Dr. Anthony Fauci said scientists, dating back to February 2020, acknowledged COVID-19 “could possibly be an engineered virus” with the potential of an accidental leak from a lab but maintains that the most likely origin was through zoonotic transmission.
Fauci discussed a conference call that took place on Feb. 1, 2020, just days after the World Health Organization raised the alert level on COVID-19, calling it a public health emergency of international concern, During an interview with USA Today this week.
“I remember it very well,” Fauci told USA Today. “We decided on the call the situation really needed to be looked into carefully.”
The call included several scientists, including Kristian Andersen, an expert in infectious disease at Scripps Research Translational Institute in California.
In an email to Fauci the day before the call, and reviewed by Fox News, Andersen wrote, “The unusual features of the virus make up a really small part of the genome (<0.1%) so one has to look really closely at all the sequences to see that some of the features (potentially) look engineered."
In the email, Andersen added that he and several other experts thought that the genome was “inconsistent with expectations from evolutionary theory,” but noted that “those opinions could still change” following further analyses.
Fauci told USA Today this week that the meeting was “a very productive back-and-forth conversation where some on the call felt it could possibly be an engineered virus.” Fauci said others on the call felt the evidence was “heavily weighted” toward a natural, zoonotic transmission.
“I always had an open mind,” Fauci told USA Today. “Even though I felt then, and still do, the most likely origin was in an animal host.” But days after the teleconference, according to an email obtained by USA Today, Andersen had changed his position, saying the data “conclusively show” that the virus was not engineered.
Andersen, offering feedback on a document scientists were reportedly working to put together for the National Academies of Sciences, Engineering, and Medicine to send to the White House Office of Science and Technology Policy, said, “I do wonder if we need to be more firm on the question of engineering.”
“The main crackpot theories going around at the moment relate to this virus being somehow engineered with intent and that is demonstrably not the case,” Andersen said in the document. “Engineering can mean many things and could be done for either basic research or nefarious reasons, but the data conclusively show that neither was done…”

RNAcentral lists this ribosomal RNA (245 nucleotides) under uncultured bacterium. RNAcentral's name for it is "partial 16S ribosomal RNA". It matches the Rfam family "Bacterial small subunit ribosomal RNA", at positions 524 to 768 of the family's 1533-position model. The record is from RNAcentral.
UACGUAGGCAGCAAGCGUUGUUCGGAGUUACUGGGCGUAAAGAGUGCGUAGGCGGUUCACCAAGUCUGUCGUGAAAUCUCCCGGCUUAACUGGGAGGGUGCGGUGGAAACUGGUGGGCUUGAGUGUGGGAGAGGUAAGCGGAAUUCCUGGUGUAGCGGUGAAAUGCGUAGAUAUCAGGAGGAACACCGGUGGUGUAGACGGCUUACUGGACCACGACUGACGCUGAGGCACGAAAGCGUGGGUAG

He added: “If one of the main purposes of this document is to counter those fringe theories, I think it’s very important that we do so strongly and in plain language (‘consistent with’ [natural evolution] is a favorite of mine when talking to scientists, but not when talking to the public – especially conspiracy theorists).”
According to USA Today, the document did not discuss the engineering possibility, and instead noted that data from viral samples were needed to determine the origin.
Last month, President Biden released a rare public statement, revealing that the U.S. intelligence community has “coalesced around two likely scenarios” for the origins of COVID-19, “including whether it emerged from human contact with an infected animal or from a laboratory accident,” and asked for “additional follow-up.”
The president asked the intelligence community to “redouble their efforts to collect and analyze information that could bring us closer to a definitive conclusion, and to report back to me in 90 days.”
“As part of that report, I have asked for areas of further inquiry that may be required, including specific questions for China,” President Biden added while noting that the effort would include work by “our National Labs and other agencies of our government to augment the Intelligence Community’s efforts” and directing the IC to “keep Congress fully apprised of its work.”
“The United States will also keep working with like-minded partners around the world to press China to participate in a full, transparent, evidence-based international investigation and to provide access to all relevant data and evidence.”
Meanwhile, Republican lawmakers have called for Fauci to testify on his emails, which were released as part of a Freedom of Information Act lawsuit, as U.S. officials try to get to the bottom of the origins of the pandemic. Some Republican lawmakers have also called for Fauci to step down from his post as director of the National Institute of Allergy and Infectious Diseases, saying he has lost public confidence.
The White House is defending Fauci amid criticism, calling him an “undeniable asset” to the country during the pandemic, with President Biden saying he is “very confident” in Fauci.
Fauci, last week, responded to criticisms, saying that the attacks on him “are attacks on science.”
“All of the things that I have spoken about consistently from the very beginning have been fundamentally based on science,” Fauci said during an interview with MSNBC’s Chuck Todd. “Sometimes those things were inconvenient truths for people and there was pushback against me, so if you are trying to, you know, get at me as a public health official and a scientist, you’re really attacking not only Dr. Anthony Fauci, you’re attacking science.”
Fauci continued: “And anybody that looks at what is going on clearly sees that. You have to be asleep not to see that. That is what is going on. Science and the truth are being attacked.”